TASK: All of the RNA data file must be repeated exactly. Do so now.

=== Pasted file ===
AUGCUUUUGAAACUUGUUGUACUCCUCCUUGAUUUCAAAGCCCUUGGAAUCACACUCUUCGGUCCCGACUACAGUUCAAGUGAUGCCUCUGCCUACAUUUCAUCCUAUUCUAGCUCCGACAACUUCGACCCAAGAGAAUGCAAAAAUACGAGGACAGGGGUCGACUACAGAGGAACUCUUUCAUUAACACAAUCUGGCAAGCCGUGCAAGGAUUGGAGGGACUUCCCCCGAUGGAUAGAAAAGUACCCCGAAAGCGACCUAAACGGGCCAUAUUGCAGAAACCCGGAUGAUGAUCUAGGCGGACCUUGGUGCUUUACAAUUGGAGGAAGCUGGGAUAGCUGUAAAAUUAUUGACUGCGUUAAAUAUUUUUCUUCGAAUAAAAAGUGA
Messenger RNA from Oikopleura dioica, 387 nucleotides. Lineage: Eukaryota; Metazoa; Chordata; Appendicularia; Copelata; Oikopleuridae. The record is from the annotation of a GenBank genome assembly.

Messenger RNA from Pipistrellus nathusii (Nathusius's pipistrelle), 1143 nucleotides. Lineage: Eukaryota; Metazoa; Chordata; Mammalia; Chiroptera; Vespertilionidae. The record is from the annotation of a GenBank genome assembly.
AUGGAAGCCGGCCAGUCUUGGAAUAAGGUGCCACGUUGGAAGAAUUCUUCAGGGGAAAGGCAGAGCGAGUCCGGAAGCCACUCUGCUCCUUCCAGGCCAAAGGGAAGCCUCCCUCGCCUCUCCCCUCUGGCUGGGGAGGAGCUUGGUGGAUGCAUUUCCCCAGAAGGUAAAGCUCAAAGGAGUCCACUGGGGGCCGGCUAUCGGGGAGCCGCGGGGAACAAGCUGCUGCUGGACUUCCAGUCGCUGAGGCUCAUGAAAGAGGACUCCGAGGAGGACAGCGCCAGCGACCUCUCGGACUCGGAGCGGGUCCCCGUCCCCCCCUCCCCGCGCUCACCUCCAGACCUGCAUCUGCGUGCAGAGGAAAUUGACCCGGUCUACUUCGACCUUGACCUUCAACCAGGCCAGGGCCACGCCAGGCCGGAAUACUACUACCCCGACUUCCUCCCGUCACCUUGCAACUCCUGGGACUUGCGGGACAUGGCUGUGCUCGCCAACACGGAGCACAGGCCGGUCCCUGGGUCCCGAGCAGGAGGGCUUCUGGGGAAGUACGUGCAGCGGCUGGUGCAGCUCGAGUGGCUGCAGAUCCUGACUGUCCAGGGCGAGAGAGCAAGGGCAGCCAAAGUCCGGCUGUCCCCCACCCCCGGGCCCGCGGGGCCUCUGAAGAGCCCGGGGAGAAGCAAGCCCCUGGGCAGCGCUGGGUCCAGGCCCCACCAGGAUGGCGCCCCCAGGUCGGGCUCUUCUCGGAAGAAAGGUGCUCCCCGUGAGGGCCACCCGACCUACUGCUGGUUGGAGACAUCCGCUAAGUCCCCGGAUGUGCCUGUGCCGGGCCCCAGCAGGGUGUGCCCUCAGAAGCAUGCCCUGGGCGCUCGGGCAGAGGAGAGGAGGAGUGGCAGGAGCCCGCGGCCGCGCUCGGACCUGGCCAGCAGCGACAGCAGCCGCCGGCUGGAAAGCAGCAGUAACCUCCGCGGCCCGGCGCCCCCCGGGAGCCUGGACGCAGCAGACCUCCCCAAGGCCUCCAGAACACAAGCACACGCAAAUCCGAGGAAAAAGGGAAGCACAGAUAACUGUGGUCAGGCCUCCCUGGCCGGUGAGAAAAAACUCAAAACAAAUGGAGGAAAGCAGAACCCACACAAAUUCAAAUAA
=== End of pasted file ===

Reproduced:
AUGCUUUUGAAACUUGUUGUACUCCUCCUUGAUUUCAAAGCCCUUGGAAUCACACUCUUCGGUCCCGACUACAGUUCAAGUGAUGCCUCUGCCUACAUUUCAUCCUAUUCUAGCUCCGACAACUUCGACCCAAGAGAAUGCAAAAAUACGAGGACAGGGGUCGACUACAGAGGAACUCUUUCAUUAACACAAUCUGGCAAGCCGUGCAAGGAUUGGAGGGACUUCCCCCGAUGGAUAGAAAAGUACCCCGAAAGCGACCUAAACGGGCCAUAUUGCAGAAACCCGGAUGAUGAUCUAGGCGGACCUUGGUGCUUUACAAUUGGAGGAAGCUGGGAUAGCUGUAAAAUUAUUGACUGCGUUAAAUAUUUUUCUUCGAAUAAAAAGUGA
Messenger RNA from Oikopleura dioica, 387 nucleotides. Lineage: Eukaryota; Metazoa; Chordata; Appendicularia; Copelata; Oikopleuridae. The record is from the annotation of a GenBank genome assembly.

Messenger RNA from Pipistrellus nathusii (Nathusius's pipistrelle), 1143 nucleotides. Lineage: Eukaryota; Metazoa; Chordata; Mammalia; Chiroptera; Vespertilionidae. The record is from the annotation of a GenBank genome assembly.
AUGGAAGCCGGCCAGUCUUGGAAUAAGGUGCCACGUUGGAAGAAUUCUUCAGGGGAAAGGCAGAGCGAGUCCGGAAGCCACUCUGCUCCUUCCAGGCCAAAGGGAAGCCUCCCUCGCCUCUCCCCUCUGGCUGGGGAGGAGCUUGGUGGAUGCAUUUCCCCAGAAGGUAAAGCUCAAAGGAGUCCACUGGGGGCCGGCUAUCGGGGAGCCGCGGGGAACAAGCUGCUGCUGGACUUCCAGUCGCUGAGGCUCAUGAAAGAGGACUCCGAGGAGGACAGCGCCAGCGACCUCUCGGACUCGGAGCGGGUCCCCGUCCCCCCCUCCCCGCGCUCACCUCCAGACCUGCAUCUGCGUGCAGAGGAAAUUGACCCGGUCUACUUCGACCUUGACCUUCAACCAGGCCAGGGCCACGCCAGGCCGGAAUACUACUACCCCGACUUCCUCCCGUCACCUUGCAACUCCUGGGACUUGCGGGACAUGGCUGUGCUCGCCAACACGGAGCACAGGCCGGUCCCUGGGUCCCGAGCAGGAGGGCUUCUGGGGAAGUACGUGCAGCGGCUGGUGCAGCUCGAGUGGCUGCAGAUCCUGACUGUCCAGGGCGAGAGAGCAAGGGCAGCCAAAGUCCGGCUGUCCCCCACCCCCGGGCCCGCGGGGCCUCUGAAGAGCCCGGGGAGAAGCAAGCCCCUGGGCAGCGCUGGGUCCAGGCCCCACCAGGAUGGCGCCCCCAGGUCGGGCUCUUCUCGGAAGAAAGGUGCUCCCCGUGAGGGCCACCCGACCUACUGCUGGUUGGAGACAUCCGCUAAGUCCCCGGAUGUGCCUGUGCCGGGCCCCAGCAGGGUGUGCCCUCAGAAGCAUGCCCUGGGCGCUCGGGCAGAGGAGAGGAGGAGUGGCAGGAGCCCGCGGCCGCGCUCGGACCUGGCCAGCAGCGACAGCAGCCGCCGGCUGGAAAGCAGCAGUAACCUCCGCGGCCCGGCGCCCCCCGGGAGCCUGGACGCAGCAGACCUCCCCAAGGCCUCCAGAACACAAGCACACGCAAAUCCGAGGAAAAAGGGAAGCACAGAUAACUGUGGUCAGGCCUCCCUGGCCGGUGAGAAAAAACUCAAAACAAAUGGAGGAAAGCAGAACCCACACAAAUUCAAAUAA